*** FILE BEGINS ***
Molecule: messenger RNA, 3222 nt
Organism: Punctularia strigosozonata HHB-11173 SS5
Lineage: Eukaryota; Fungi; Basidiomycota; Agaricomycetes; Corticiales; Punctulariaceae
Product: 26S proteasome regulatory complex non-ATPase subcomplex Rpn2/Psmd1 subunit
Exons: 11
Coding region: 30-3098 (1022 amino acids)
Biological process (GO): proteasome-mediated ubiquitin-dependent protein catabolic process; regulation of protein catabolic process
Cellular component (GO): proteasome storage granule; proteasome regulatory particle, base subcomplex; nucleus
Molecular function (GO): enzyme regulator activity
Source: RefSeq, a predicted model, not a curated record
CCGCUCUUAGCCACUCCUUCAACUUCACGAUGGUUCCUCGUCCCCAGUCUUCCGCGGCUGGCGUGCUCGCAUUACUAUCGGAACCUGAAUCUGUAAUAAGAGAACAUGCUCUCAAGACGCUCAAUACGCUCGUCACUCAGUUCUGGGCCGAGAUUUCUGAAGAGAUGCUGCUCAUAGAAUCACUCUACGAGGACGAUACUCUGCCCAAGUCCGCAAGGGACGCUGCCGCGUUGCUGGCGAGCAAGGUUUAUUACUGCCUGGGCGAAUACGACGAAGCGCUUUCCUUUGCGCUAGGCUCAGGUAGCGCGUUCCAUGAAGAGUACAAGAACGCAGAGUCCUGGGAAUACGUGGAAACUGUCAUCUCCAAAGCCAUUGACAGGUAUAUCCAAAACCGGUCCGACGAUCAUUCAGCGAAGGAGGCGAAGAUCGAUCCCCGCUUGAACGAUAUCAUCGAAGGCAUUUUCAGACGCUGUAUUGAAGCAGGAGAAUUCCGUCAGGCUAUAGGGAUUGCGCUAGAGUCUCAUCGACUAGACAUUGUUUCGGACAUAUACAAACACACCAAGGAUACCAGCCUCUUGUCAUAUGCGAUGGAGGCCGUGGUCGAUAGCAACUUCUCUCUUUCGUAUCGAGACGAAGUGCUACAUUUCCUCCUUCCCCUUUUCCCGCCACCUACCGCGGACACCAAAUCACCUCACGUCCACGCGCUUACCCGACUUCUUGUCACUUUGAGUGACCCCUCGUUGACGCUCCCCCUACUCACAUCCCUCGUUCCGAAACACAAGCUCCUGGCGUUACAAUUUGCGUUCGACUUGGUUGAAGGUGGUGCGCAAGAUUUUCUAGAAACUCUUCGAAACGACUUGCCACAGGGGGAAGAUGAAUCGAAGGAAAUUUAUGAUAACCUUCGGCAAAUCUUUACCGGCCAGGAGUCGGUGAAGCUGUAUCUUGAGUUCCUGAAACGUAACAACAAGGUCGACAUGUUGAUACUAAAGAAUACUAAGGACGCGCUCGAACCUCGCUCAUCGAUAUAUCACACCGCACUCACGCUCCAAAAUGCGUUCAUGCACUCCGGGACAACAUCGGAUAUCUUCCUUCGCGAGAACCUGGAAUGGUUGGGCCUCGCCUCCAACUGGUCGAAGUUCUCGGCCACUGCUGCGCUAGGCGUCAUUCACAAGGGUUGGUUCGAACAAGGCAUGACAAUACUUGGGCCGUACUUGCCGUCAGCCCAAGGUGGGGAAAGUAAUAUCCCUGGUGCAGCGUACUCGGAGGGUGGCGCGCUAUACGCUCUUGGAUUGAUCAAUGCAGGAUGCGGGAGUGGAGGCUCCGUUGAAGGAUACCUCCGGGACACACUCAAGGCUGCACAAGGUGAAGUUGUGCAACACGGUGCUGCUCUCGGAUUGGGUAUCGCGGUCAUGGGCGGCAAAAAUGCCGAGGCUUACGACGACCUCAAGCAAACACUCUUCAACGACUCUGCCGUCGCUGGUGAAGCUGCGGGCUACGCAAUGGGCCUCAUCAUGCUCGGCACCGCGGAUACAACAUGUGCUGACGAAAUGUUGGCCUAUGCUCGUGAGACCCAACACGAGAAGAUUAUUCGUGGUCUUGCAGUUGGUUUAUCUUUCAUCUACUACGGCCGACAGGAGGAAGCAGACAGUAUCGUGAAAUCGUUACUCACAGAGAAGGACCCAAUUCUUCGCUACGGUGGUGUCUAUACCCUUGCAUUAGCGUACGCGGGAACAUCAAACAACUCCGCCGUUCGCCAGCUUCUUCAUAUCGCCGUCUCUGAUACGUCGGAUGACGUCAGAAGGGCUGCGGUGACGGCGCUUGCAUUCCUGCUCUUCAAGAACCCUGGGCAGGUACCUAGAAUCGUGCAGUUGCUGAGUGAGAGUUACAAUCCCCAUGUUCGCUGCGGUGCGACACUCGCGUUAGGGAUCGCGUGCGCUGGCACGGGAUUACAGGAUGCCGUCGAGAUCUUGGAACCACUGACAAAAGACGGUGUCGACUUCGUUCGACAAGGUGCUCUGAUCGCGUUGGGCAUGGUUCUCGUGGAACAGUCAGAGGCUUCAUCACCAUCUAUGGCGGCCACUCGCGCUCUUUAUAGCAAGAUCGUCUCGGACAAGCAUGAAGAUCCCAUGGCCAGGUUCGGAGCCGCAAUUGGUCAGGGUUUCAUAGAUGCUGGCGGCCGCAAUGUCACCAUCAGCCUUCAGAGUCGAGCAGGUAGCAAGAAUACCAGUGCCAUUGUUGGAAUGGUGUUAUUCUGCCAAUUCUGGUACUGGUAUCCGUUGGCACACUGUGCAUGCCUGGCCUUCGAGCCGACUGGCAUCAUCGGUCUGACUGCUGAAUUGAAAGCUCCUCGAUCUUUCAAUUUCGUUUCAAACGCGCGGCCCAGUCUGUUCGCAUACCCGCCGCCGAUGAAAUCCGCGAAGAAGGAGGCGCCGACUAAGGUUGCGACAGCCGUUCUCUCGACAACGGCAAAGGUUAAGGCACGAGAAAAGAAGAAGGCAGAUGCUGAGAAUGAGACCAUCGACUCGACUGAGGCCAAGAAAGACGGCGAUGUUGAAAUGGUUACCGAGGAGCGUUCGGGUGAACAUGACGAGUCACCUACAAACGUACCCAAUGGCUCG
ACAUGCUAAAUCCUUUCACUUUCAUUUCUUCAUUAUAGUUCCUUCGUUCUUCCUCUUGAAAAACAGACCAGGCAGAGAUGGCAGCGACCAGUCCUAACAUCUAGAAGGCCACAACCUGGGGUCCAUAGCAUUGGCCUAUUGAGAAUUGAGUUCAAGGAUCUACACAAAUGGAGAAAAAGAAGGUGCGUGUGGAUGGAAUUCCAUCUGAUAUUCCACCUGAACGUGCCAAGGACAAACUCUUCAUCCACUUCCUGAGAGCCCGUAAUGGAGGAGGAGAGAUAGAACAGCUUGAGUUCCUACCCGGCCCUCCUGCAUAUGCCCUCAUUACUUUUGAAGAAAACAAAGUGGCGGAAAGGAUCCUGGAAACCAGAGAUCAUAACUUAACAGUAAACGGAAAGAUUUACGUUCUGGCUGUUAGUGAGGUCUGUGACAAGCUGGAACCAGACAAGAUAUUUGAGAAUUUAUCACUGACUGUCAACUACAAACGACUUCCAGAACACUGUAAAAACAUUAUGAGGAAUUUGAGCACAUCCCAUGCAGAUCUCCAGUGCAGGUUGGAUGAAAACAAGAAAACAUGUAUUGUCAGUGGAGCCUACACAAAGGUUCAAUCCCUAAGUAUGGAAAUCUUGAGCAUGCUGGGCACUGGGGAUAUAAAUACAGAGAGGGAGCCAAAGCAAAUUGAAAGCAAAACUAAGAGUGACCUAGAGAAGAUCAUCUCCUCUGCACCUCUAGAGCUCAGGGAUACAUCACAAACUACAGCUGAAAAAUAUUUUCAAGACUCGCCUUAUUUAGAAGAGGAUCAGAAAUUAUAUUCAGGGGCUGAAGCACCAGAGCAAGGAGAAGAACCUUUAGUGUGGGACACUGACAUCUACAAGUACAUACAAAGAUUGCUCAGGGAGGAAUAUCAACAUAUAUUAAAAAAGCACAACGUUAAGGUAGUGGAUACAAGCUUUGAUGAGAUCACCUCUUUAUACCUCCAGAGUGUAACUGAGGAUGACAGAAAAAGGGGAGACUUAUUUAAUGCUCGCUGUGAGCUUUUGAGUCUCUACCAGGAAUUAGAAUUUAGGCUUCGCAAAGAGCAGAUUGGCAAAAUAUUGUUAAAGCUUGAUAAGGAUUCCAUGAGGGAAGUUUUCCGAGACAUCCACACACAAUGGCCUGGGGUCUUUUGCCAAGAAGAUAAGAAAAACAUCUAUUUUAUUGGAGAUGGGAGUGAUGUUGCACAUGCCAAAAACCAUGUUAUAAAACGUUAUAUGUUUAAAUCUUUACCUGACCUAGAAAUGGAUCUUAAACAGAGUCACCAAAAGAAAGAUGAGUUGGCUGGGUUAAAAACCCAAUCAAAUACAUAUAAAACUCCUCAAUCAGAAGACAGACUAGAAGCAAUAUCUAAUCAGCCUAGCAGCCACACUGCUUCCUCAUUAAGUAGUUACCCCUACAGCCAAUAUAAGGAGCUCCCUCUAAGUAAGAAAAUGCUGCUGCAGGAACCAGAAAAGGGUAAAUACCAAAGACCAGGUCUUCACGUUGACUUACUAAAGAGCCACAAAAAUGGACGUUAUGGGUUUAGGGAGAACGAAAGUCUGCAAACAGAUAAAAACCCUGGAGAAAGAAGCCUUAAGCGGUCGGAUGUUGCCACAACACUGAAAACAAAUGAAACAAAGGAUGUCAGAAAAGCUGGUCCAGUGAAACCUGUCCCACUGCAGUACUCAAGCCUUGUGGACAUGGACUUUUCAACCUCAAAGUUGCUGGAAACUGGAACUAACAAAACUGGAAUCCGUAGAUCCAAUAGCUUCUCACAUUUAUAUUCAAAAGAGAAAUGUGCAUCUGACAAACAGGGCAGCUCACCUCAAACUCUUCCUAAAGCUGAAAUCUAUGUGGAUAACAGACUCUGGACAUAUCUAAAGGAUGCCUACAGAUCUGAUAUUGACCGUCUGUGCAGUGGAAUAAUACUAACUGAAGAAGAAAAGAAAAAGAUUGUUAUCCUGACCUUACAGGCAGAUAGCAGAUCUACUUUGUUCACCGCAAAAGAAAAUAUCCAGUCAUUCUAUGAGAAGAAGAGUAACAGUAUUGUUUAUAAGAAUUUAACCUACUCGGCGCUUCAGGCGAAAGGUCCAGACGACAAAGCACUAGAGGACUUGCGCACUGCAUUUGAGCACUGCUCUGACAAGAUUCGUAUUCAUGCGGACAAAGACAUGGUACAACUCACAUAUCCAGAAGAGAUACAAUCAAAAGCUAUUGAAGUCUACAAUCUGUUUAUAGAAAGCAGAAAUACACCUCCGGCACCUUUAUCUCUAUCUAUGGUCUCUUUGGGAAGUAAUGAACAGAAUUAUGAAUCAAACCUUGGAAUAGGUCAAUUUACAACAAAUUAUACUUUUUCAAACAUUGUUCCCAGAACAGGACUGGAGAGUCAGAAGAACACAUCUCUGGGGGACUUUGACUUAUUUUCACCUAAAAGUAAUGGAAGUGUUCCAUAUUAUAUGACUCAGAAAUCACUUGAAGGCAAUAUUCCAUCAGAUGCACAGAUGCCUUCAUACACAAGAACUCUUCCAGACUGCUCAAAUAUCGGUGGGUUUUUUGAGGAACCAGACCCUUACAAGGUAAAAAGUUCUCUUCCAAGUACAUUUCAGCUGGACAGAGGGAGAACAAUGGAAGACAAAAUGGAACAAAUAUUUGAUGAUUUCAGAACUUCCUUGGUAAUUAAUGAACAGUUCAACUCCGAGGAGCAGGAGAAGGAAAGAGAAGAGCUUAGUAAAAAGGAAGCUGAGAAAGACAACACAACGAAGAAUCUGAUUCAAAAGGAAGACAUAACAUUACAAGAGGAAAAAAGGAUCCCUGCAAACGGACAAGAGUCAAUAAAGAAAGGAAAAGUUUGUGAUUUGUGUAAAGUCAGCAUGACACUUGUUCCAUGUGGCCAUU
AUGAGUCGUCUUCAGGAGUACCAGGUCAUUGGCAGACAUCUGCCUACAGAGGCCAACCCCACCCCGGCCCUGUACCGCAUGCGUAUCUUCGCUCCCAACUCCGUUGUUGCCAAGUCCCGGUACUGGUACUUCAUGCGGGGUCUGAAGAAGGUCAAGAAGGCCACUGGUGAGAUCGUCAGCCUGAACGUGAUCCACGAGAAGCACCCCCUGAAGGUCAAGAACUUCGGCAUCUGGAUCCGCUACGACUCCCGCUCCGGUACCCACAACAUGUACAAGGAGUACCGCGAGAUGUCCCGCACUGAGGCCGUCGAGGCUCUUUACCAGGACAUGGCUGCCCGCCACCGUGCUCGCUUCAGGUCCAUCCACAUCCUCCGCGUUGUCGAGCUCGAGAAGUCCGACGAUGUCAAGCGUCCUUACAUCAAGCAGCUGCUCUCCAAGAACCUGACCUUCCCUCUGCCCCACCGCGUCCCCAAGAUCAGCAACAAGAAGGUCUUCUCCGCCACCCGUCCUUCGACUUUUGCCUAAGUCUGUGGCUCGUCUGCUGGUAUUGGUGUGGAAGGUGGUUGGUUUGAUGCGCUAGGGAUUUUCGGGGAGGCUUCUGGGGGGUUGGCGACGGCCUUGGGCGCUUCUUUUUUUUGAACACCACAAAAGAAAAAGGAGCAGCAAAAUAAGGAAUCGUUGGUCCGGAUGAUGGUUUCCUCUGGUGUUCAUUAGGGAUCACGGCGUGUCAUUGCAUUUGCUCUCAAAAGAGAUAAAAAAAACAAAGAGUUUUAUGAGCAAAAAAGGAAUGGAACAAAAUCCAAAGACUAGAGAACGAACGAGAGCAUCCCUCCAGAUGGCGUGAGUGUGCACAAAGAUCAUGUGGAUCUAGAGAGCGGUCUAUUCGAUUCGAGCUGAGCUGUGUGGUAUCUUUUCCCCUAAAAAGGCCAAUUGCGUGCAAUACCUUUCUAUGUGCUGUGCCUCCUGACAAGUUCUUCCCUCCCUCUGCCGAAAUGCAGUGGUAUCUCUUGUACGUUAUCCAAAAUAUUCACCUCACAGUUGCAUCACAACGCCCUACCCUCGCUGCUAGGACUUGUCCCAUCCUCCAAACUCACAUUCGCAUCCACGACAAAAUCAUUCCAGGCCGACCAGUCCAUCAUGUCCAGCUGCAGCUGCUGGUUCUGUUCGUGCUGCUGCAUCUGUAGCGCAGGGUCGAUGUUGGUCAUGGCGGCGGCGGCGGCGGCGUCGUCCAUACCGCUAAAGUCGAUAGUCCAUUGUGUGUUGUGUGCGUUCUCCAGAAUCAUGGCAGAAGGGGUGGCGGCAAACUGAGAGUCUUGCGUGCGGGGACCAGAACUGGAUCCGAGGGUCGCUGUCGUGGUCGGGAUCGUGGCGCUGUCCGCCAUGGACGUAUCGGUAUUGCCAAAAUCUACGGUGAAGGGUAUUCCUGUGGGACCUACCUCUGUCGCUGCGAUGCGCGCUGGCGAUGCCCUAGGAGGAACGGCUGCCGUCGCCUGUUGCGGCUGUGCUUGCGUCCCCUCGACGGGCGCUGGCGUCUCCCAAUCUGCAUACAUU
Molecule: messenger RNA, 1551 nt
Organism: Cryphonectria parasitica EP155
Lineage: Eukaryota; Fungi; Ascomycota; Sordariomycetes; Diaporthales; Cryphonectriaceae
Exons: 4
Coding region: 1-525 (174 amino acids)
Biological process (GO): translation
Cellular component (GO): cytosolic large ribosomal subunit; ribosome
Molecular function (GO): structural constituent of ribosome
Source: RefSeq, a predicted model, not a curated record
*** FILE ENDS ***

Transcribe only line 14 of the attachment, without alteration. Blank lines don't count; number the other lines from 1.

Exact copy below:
Molecule: messenger RNA, 1551 nt